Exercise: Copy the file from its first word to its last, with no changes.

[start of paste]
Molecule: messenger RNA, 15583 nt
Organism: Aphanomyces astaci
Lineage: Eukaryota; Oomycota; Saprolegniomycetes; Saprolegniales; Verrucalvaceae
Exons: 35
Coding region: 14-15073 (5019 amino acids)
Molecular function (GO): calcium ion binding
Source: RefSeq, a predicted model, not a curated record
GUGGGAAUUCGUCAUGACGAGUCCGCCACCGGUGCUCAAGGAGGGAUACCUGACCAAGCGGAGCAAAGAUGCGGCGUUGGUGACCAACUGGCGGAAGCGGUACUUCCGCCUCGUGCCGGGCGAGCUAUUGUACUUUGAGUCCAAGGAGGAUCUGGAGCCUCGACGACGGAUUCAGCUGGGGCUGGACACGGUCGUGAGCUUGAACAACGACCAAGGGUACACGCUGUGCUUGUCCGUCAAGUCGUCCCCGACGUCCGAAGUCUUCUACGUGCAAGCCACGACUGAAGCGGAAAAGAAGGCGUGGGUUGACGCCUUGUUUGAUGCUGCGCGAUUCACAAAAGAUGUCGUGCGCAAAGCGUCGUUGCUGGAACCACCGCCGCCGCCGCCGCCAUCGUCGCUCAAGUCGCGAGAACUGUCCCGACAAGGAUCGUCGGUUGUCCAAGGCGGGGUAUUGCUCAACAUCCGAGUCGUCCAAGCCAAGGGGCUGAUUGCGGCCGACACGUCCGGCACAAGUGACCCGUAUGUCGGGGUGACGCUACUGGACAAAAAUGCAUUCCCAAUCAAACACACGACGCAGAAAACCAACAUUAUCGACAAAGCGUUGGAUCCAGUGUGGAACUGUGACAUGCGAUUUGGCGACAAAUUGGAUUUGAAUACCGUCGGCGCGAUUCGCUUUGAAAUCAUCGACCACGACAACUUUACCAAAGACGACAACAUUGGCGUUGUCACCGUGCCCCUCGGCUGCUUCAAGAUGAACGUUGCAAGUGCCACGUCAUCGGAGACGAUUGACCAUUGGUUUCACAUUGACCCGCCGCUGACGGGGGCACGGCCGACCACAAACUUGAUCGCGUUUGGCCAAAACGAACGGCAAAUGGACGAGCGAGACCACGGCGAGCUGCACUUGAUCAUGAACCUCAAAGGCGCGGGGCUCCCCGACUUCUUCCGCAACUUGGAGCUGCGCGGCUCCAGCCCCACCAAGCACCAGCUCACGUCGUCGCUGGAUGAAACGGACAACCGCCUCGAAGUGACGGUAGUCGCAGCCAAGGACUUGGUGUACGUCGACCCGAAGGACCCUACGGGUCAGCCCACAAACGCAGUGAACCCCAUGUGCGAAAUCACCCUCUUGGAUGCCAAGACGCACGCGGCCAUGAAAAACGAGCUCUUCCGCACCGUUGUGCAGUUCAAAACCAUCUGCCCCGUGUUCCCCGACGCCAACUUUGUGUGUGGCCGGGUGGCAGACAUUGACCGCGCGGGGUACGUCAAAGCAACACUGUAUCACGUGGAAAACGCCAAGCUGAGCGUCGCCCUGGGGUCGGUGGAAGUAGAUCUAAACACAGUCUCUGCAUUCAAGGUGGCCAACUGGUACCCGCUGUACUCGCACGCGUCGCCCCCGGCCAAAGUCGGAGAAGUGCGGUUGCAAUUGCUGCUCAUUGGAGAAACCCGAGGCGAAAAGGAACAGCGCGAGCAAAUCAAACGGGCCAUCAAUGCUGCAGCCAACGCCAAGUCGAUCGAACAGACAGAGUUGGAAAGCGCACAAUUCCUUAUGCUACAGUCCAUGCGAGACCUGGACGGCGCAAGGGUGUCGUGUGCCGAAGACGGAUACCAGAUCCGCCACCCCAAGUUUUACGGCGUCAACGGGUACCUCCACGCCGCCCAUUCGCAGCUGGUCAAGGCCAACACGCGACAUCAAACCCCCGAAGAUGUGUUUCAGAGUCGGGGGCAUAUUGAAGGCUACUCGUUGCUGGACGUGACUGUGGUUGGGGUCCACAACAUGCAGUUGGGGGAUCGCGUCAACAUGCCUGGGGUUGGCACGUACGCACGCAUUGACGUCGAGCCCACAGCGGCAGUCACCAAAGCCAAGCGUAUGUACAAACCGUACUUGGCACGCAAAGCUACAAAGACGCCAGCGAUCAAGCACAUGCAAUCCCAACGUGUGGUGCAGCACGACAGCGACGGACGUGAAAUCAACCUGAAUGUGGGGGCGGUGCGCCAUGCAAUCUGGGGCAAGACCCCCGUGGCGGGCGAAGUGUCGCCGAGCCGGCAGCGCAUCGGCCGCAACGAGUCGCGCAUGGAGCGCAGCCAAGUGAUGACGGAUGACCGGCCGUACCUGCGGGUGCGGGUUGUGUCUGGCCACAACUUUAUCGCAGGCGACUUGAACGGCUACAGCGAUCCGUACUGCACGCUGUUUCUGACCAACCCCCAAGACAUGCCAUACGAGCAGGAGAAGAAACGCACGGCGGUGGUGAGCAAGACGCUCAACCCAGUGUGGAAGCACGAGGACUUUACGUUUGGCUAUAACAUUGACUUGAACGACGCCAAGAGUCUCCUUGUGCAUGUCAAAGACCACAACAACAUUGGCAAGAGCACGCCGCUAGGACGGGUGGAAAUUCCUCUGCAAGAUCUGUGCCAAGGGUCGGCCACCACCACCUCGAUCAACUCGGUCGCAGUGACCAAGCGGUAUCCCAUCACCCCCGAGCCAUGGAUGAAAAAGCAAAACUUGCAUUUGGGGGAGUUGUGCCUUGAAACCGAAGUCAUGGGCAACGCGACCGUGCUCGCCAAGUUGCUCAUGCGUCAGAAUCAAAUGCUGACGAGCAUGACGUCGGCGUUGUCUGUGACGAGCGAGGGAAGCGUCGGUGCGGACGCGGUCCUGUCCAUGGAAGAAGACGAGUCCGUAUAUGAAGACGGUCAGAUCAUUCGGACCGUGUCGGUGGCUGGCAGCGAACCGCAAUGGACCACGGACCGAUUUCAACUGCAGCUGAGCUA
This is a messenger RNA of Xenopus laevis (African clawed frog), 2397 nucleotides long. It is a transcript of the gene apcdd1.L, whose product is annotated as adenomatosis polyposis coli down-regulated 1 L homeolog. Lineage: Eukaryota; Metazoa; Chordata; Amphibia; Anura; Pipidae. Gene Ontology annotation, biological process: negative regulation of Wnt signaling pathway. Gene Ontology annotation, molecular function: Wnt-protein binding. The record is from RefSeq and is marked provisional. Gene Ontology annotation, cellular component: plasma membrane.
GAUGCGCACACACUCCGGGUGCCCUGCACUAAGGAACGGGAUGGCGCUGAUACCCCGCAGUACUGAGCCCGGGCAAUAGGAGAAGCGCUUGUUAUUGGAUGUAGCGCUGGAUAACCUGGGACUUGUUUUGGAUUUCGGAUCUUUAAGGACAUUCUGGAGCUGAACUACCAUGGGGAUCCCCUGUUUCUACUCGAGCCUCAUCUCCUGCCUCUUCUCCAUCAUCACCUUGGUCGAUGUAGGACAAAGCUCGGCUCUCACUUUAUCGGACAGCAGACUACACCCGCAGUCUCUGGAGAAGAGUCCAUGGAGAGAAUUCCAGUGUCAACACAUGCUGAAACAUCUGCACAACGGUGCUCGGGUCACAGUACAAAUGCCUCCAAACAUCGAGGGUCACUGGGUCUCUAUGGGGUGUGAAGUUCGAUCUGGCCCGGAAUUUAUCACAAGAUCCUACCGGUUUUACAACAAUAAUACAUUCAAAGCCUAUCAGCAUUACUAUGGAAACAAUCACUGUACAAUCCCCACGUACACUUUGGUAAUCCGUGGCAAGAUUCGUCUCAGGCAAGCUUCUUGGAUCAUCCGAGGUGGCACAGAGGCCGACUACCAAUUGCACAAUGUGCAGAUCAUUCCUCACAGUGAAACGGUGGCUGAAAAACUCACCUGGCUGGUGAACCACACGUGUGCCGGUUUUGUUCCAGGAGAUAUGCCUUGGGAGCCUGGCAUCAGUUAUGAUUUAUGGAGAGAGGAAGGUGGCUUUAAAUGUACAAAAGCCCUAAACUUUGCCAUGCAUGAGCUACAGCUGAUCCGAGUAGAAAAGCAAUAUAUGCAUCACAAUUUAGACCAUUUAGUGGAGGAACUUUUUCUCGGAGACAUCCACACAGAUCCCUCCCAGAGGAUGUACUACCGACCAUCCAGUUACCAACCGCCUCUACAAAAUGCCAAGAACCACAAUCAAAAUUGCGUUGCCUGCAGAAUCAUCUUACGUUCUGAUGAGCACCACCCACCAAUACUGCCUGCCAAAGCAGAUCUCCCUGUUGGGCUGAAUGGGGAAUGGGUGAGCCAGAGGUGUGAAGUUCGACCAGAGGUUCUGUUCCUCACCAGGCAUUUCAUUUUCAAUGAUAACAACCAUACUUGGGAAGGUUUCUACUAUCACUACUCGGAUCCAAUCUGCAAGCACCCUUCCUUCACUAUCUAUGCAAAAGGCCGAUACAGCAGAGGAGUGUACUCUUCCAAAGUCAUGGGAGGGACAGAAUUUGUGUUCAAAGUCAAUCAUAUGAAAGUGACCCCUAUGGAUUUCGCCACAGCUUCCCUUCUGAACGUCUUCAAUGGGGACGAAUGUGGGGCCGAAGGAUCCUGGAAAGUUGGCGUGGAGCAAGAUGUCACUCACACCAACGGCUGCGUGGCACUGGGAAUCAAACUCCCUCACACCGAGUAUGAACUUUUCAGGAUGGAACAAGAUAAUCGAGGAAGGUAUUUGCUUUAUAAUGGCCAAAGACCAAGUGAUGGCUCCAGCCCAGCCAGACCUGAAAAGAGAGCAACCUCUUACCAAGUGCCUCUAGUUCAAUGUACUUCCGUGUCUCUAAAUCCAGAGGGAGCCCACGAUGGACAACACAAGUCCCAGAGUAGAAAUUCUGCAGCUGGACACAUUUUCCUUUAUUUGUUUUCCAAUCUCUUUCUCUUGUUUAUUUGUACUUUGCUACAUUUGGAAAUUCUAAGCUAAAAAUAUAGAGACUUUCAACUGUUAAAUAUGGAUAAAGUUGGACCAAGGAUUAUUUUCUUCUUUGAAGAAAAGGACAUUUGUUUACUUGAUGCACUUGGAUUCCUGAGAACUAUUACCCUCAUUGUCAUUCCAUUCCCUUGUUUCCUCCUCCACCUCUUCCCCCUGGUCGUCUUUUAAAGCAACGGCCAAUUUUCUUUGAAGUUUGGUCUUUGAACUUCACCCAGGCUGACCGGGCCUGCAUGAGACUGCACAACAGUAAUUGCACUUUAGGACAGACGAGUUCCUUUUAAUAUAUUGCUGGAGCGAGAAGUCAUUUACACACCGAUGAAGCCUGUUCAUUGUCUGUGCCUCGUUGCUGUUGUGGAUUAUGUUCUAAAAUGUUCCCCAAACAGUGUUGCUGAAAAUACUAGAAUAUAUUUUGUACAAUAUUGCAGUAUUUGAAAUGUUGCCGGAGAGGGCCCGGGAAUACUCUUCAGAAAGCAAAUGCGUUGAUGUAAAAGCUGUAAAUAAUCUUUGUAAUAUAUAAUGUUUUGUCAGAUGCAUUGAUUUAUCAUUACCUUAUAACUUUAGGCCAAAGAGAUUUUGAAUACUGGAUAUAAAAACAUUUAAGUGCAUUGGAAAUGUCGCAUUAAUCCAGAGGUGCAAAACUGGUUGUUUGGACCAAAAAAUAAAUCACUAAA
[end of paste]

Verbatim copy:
Molecule: messenger RNA, 15583 nt
Organism: Aphanomyces astaci
Lineage: Eukaryota; Oomycota; Saprolegniomycetes; Saprolegniales; Verrucalvaceae
Exons: 35
Coding region: 14-15073 (5019 amino acids)
Molecular function (GO): calcium ion binding
Source: RefSeq, a predicted model, not a curated record
GUGGGAAUUCGUCAUGACGAGUCCGCCACCGGUGCUCAAGGAGGGAUACCUGACCAAGCGGAGCAAAGAUGCGGCGUUGGUGACCAACUGGCGGAAGCGGUACUUCCGCCUCGUGCCGGGCGAGCUAUUGUACUUUGAGUCCAAGGAGGAUCUGGAGCCUCGACGACGGAUUCAGCUGGGGCUGGACACGGUCGUGAGCUUGAACAACGACCAAGGGUACACGCUGUGCUUGUCCGUCAAGUCGUCCCCGACGUCCGAAGUCUUCUACGUGCAAGCCACGACUGAAGCGGAAAAGAAGGCGUGGGUUGACGCCUUGUUUGAUGCUGCGCGAUUCACAAAAGAUGUCGUGCGCAAAGCGUCGUUGCUGGAACCACCGCCGCCGCCGCCGCCAUCGUCGCUCAAGUCGCGAGAACUGUCCCGACAAGGAUCGUCGGUUGUCCAAGGCGGGGUAUUGCUCAACAUCCGAGUCGUCCAAGCCAAGGGGCUGAUUGCGGCCGACACGUCCGGCACAAGUGACCCGUAUGUCGGGGUGACGCUACUGGACAAAAAUGCAUUCCCAAUCAAACACACGACGCAGAAAACCAACAUUAUCGACAAAGCGUUGGAUCCAGUGUGGAACUGUGACAUGCGAUUUGGCGACAAAUUGGAUUUGAAUACCGUCGGCGCGAUUCGCUUUGAAAUCAUCGACCACGACAACUUUACCAAAGACGACAACAUUGGCGUUGUCACCGUGCCCCUCGGCUGCUUCAAGAUGAACGUUGCAAGUGCCACGUCAUCGGAGACGAUUGACCAUUGGUUUCACAUUGACCCGCCGCUGACGGGGGCACGGCCGACCACAAACUUGAUCGCGUUUGGCCAAAACGAACGGCAAAUGGACGAGCGAGACCACGGCGAGCUGCACUUGAUCAUGAACCUCAAAGGCGCGGGGCUCCCCGACUUCUUCCGCAACUUGGAGCUGCGCGGCUCCAGCCCCACCAAGCACCAGCUCACGUCGUCGCUGGAUGAAACGGACAACCGCCUCGAAGUGACGGUAGUCGCAGCCAAGGACUUGGUGUACGUCGACCCGAAGGACCCUACGGGUCAGCCCACAAACGCAGUGAACCCCAUGUGCGAAAUCACCCUCUUGGAUGCCAAGACGCACGCGGCCAUGAAAAACGAGCUCUUCCGCACCGUUGUGCAGUUCAAAACCAUCUGCCCCGUGUUCCCCGACGCCAACUUUGUGUGUGGCCGGGUGGCAGACAUUGACCGCGCGGGGUACGUCAAAGCAACACUGUAUCACGUGGAAAACGCCAAGCUGAGCGUCGCCCUGGGGUCGGUGGAAGUAGAUCUAAACACAGUCUCUGCAUUCAAGGUGGCCAACUGGUACCCGCUGUACUCGCACGCGUCGCCCCCGGCCAAAGUCGGAGAAGUGCGGUUGCAAUUGCUGCUCAUUGGAGAAACCCGAGGCGAAAAGGAACAGCGCGAGCAAAUCAAACGGGCCAUCAAUGCUGCAGCCAACGCCAAGUCGAUCGAACAGACAGAGUUGGAAAGCGCACAAUUCCUUAUGCUACAGUCCAUGCGAGACCUGGACGGCGCAAGGGUGUCGUGUGCCGAAGACGGAUACCAGAUCCGCCACCCCAAGUUUUACGGCGUCAACGGGUACCUCCACGCCGCCCAUUCGCAGCUGGUCAAGGCCAACACGCGACAUCAAACCCCCGAAGAUGUGUUUCAGAGUCGGGGGCAUAUUGAAGGCUACUCGUUGCUGGACGUGACUGUGGUUGGGGUCCACAACAUGCAGUUGGGGGAUCGCGUCAACAUGCCUGGGGUUGGCACGUACGCACGCAUUGACGUCGAGCCCACAGCGGCAGUCACCAAAGCCAAGCGUAUGUACAAACCGUACUUGGCACGCAAAGCUACAAAGACGCCAGCGAUCAAGCACAUGCAAUCCCAACGUGUGGUGCAGCACGACAGCGACGGACGUGAAAUCAACCUGAAUGUGGGGGCGGUGCGCCAUGCAAUCUGGGGCAAGACCCCCGUGGCGGGCGAAGUGUCGCCGAGCCGGCAGCGCAUCGGCCGCAACGAGUCGCGCAUGGAGCGCAGCCAAGUGAUGACGGAUGACCGGCCGUACCUGCGGGUGCGGGUUGUGUCUGGCCACAACUUUAUCGCAGGCGACUUGAACGGCUACAGCGAUCCGUACUGCACGCUGUUUCUGACCAACCCCCAAGACAUGCCAUACGAGCAGGAGAAGAAACGCACGGCGGUGGUGAGCAAGACGCUCAACCCAGUGUGGAAGCACGAGGACUUUACGUUUGGCUAUAACAUUGACUUGAACGACGCCAAGAGUCUCCUUGUGCAUGUCAAAGACCACAACAACAUUGGCAAGAGCACGCCGCUAGGACGGGUGGAAAUUCCUCUGCAAGAUCUGUGCCAAGGGUCGGCCACCACCACCUCGAUCAACUCGGUCGCAGUGACCAAGCGGUAUCCCAUCACCCCCGAGCCAUGGAUGAAAAAGCAAAACUUGCAUUUGGGGGAGUUGUGCCUUGAAACCGAAGUCAUGGGCAACGCGACCGUGCUCGCCAAGUUGCUCAUGCGUCAGAAUCAAAUGCUGACGAGCAUGACGUCGGCGUUGUCUGUGACGAGCGAGGGAAGCGUCGGUGCGGACGCGGUCCUGUCCAUGGAAGAAGACGAGUCCGUAUAUGAAGACGGUCAGAUCAUUCGGACCGUGUCGGUGGCUGGCAGCGAACCGCAAUGGACCACGGACCGAUUUCAACUGCAGCUGAGCUA
This is a messenger RNA of Xenopus laevis (African clawed frog), 2397 nucleotides long. It is a transcript of the gene apcdd1.L, whose product is annotated as adenomatosis polyposis coli down-regulated 1 L homeolog. Lineage: Eukaryota; Metazoa; Chordata; Amphibia; Anura; Pipidae. Gene Ontology annotation, biological process: negative regulation of Wnt signaling pathway. Gene Ontology annotation, molecular function: Wnt-protein binding. The record is from RefSeq and is marked provisional. Gene Ontology annotation, cellular component: plasma membrane.
GAUGCGCACACACUCCGGGUGCCCUGCACUAAGGAACGGGAUGGCGCUGAUACCCCGCAGUACUGAGCCCGGGCAAUAGGAGAAGCGCUUGUUAUUGGAUGUAGCGCUGGAUAACCUGGGACUUGUUUUGGAUUUCGGAUCUUUAAGGACAUUCUGGAGCUGAACUACCAUGGGGAUCCCCUGUUUCUACUCGAGCCUCAUCUCCUGCCUCUUCUCCAUCAUCACCUUGGUCGAUGUAGGACAAAGCUCGGCUCUCACUUUAUCGGACAGCAGACUACACCCGCAGUCUCUGGAGAAGAGUCCAUGGAGAGAAUUCCAGUGUCAACACAUGCUGAAACAUCUGCACAACGGUGCUCGGGUCACAGUACAAAUGCCUCCAAACAUCGAGGGUCACUGGGUCUCUAUGGGGUGUGAAGUUCGAUCUGGCCCGGAAUUUAUCACAAGAUCCUACCGGUUUUACAACAAUAAUACAUUCAAAGCCUAUCAGCAUUACUAUGGAAACAAUCACUGUACAAUCCCCACGUACACUUUGGUAAUCCGUGGCAAGAUUCGUCUCAGGCAAGCUUCUUGGAUCAUCCGAGGUGGCACAGAGGCCGACUACCAAUUGCACAAUGUGCAGAUCAUUCCUCACAGUGAAACGGUGGCUGAAAAACUCACCUGGCUGGUGAACCACACGUGUGCCGGUUUUGUUCCAGGAGAUAUGCCUUGGGAGCCUGGCAUCAGUUAUGAUUUAUGGAGAGAGGAAGGUGGCUUUAAAUGUACAAAAGCCCUAAACUUUGCCAUGCAUGAGCUACAGCUGAUCCGAGUAGAAAAGCAAUAUAUGCAUCACAAUUUAGACCAUUUAGUGGAGGAACUUUUUCUCGGAGACAUCCACACAGAUCCCUCCCAGAGGAUGUACUACCGACCAUCCAGUUACCAACCGCCUCUACAAAAUGCCAAGAACCACAAUCAAAAUUGCGUUGCCUGCAGAAUCAUCUUACGUUCUGAUGAGCACCACCCACCAAUACUGCCUGCCAAAGCAGAUCUCCCUGUUGGGCUGAAUGGGGAAUGGGUGAGCCAGAGGUGUGAAGUUCGACCAGAGGUUCUGUUCCUCACCAGGCAUUUCAUUUUCAAUGAUAACAACCAUACUUGGGAAGGUUUCUACUAUCACUACUCGGAUCCAAUCUGCAAGCACCCUUCCUUCACUAUCUAUGCAAAAGGCCGAUACAGCAGAGGAGUGUACUCUUCCAAAGUCAUGGGAGGGACAGAAUUUGUGUUCAAAGUCAAUCAUAUGAAAGUGACCCCUAUGGAUUUCGCCACAGCUUCCCUUCUGAACGUCUUCAAUGGGGACGAAUGUGGGGCCGAAGGAUCCUGGAAAGUUGGCGUGGAGCAAGAUGUCACUCACACCAACGGCUGCGUGGCACUGGGAAUCAAACUCCCUCACACCGAGUAUGAACUUUUCAGGAUGGAACAAGAUAAUCGAGGAAGGUAUUUGCUUUAUAAUGGCCAAAGACCAAGUGAUGGCUCCAGCCCAGCCAGACCUGAAAAGAGAGCAACCUCUUACCAAGUGCCUCUAGUUCAAUGUACUUCCGUGUCUCUAAAUCCAGAGGGAGCCCACGAUGGACAACACAAGUCCCAGAGUAGAAAUUCUGCAGCUGGACACAUUUUCCUUUAUUUGUUUUCCAAUCUCUUUCUCUUGUUUAUUUGUACUUUGCUACAUUUGGAAAUUCUAAGCUAAAAAUAUAGAGACUUUCAACUGUUAAAUAUGGAUAAAGUUGGACCAAGGAUUAUUUUCUUCUUUGAAGAAAAGGACAUUUGUUUACUUGAUGCACUUGGAUUCCUGAGAACUAUUACCCUCAUUGUCAUUCCAUUCCCUUGUUUCCUCCUCCACCUCUUCCCCCUGGUCGUCUUUUAAAGCAACGGCCAAUUUUCUUUGAAGUUUGGUCUUUGAACUUCACCCAGGCUGACCGGGCCUGCAUGAGACUGCACAACAGUAAUUGCACUUUAGGACAGACGAGUUCCUUUUAAUAUAUUGCUGGAGCGAGAAGUCAUUUACACACCGAUGAAGCCUGUUCAUUGUCUGUGCCUCGUUGCUGUUGUGGAUUAUGUUCUAAAAUGUUCCCCAAACAGUGUUGCUGAAAAUACUAGAAUAUAUUUUGUACAAUAUUGCAGUAUUUGAAAUGUUGCCGGAGAGGGCCCGGGAAUACUCUUCAGAAAGCAAAUGCGUUGAUGUAAAAGCUGUAAAUAAUCUUUGUAAUAUAUAAUGUUUUGUCAGAUGCAUUGAUUUAUCAUUACCUUAUAACUUUAGGCCAAAGAGAUUUUGAAUACUGGAUAUAAAAACAUUUAAGUGCAUUGGAAAUGUCGCAUUAAUCCAGAGGUGCAAAACUGGUUGUUUGGACCAAAAAAUAAAUCACUAAA